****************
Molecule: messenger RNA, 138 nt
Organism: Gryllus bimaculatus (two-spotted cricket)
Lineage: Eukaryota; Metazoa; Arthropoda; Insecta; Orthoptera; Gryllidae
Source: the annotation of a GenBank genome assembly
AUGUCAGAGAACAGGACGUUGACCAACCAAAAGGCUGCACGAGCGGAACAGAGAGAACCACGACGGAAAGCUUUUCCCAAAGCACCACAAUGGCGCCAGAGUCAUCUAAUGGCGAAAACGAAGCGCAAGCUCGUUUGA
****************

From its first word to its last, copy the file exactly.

Molecule: messenger RNA, 138 nt
Organism: Gryllus bimaculatus (two-spotted cricket)
Lineage: Eukaryota; Metazoa; Arthropoda; Insecta; Orthoptera; Gryllidae
Source: the annotation of a GenBank genome assembly
AUGUCAGAGAACAGGACGUUGACCAACCAAAAGGCUGCACGAGCGGAACAGAGAGAACCACGACGGAAAGCUUUUCCCAAAGCACCACAAUGGCGCCAGAGUCAUCUAAUGGCGAAAACGAAGCGCAAGCUCGUUUGA